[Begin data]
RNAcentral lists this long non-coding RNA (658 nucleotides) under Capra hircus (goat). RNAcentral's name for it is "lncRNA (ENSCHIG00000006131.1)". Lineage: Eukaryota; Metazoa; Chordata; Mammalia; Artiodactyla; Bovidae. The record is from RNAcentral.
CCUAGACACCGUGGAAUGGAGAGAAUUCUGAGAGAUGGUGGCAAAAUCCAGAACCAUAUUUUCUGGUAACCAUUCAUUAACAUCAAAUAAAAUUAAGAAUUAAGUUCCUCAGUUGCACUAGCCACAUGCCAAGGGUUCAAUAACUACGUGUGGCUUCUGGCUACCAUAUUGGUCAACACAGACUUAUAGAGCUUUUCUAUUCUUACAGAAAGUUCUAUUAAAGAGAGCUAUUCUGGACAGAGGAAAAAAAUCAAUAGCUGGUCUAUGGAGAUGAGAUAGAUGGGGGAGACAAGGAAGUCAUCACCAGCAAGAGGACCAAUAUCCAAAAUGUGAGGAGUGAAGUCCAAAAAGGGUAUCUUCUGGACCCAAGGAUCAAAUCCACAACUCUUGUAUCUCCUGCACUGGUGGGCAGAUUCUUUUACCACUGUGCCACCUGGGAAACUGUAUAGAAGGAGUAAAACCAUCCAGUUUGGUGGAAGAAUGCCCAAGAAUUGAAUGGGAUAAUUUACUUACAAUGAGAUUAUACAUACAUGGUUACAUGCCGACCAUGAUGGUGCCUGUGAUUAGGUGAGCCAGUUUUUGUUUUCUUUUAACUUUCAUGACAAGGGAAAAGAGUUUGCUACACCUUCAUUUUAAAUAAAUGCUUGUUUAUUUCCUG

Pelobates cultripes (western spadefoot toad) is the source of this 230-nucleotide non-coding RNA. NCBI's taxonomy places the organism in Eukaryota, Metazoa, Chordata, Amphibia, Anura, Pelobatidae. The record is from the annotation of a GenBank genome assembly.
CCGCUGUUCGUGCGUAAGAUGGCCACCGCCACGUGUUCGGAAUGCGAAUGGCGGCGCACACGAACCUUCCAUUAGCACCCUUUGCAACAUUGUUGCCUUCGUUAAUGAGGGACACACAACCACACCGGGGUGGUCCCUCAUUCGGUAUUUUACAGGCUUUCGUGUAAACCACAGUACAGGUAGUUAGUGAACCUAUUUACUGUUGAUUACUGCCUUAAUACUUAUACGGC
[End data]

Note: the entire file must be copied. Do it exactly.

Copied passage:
RNAcentral lists this long non-coding RNA (658 nucleotides) under Capra hircus (goat). RNAcentral's name for it is "lncRNA (ENSCHIG00000006131.1)". Lineage: Eukaryota; Metazoa; Chordata; Mammalia; Artiodactyla; Bovidae. The record is from RNAcentral.
CCUAGACACCGUGGAAUGGAGAGAAUUCUGAGAGAUGGUGGCAAAAUCCAGAACCAUAUUUUCUGGUAACCAUUCAUUAACAUCAAAUAAAAUUAAGAAUUAAGUUCCUCAGUUGCACUAGCCACAUGCCAAGGGUUCAAUAACUACGUGUGGCUUCUGGCUACCAUAUUGGUCAACACAGACUUAUAGAGCUUUUCUAUUCUUACAGAAAGUUCUAUUAAAGAGAGCUAUUCUGGACAGAGGAAAAAAAUCAAUAGCUGGUCUAUGGAGAUGAGAUAGAUGGGGGAGACAAGGAAGUCAUCACCAGCAAGAGGACCAAUAUCCAAAAUGUGAGGAGUGAAGUCCAAAAAGGGUAUCUUCUGGACCCAAGGAUCAAAUCCACAACUCUUGUAUCUCCUGCACUGGUGGGCAGAUUCUUUUACCACUGUGCCACCUGGGAAACUGUAUAGAAGGAGUAAAACCAUCCAGUUUGGUGGAAGAAUGCCCAAGAAUUGAAUGGGAUAAUUUACUUACAAUGAGAUUAUACAUACAUGGUUACAUGCCGACCAUGAUGGUGCCUGUGAUUAGGUGAGCCAGUUUUUGUUUUCUUUUAACUUUCAUGACAAGGGAAAAGAGUUUGCUACACCUUCAUUUUAAAUAAAUGCUUGUUUAUUUCCUG

Pelobates cultripes (western spadefoot toad) is the source of this 230-nucleotide non-coding RNA. NCBI's taxonomy places the organism in Eukaryota, Metazoa, Chordata, Amphibia, Anura, Pelobatidae. The record is from the annotation of a GenBank genome assembly.
CCGCUGUUCGUGCGUAAGAUGGCCACCGCCACGUGUUCGGAAUGCGAAUGGCGGCGCACACGAACCUUCCAUUAGCACCCUUUGCAACAUUGUUGCCUUCGUUAAUGAGGGACACACAACCACACCGGGGUGGUCCCUCAUUCGGUAUUUUACAGGCUUUCGUGUAAACCACAGUACAGGUAGUUAGUGAACCUAUUUACUGUUGAUUACUGCCUUAAUACUUAUACGGC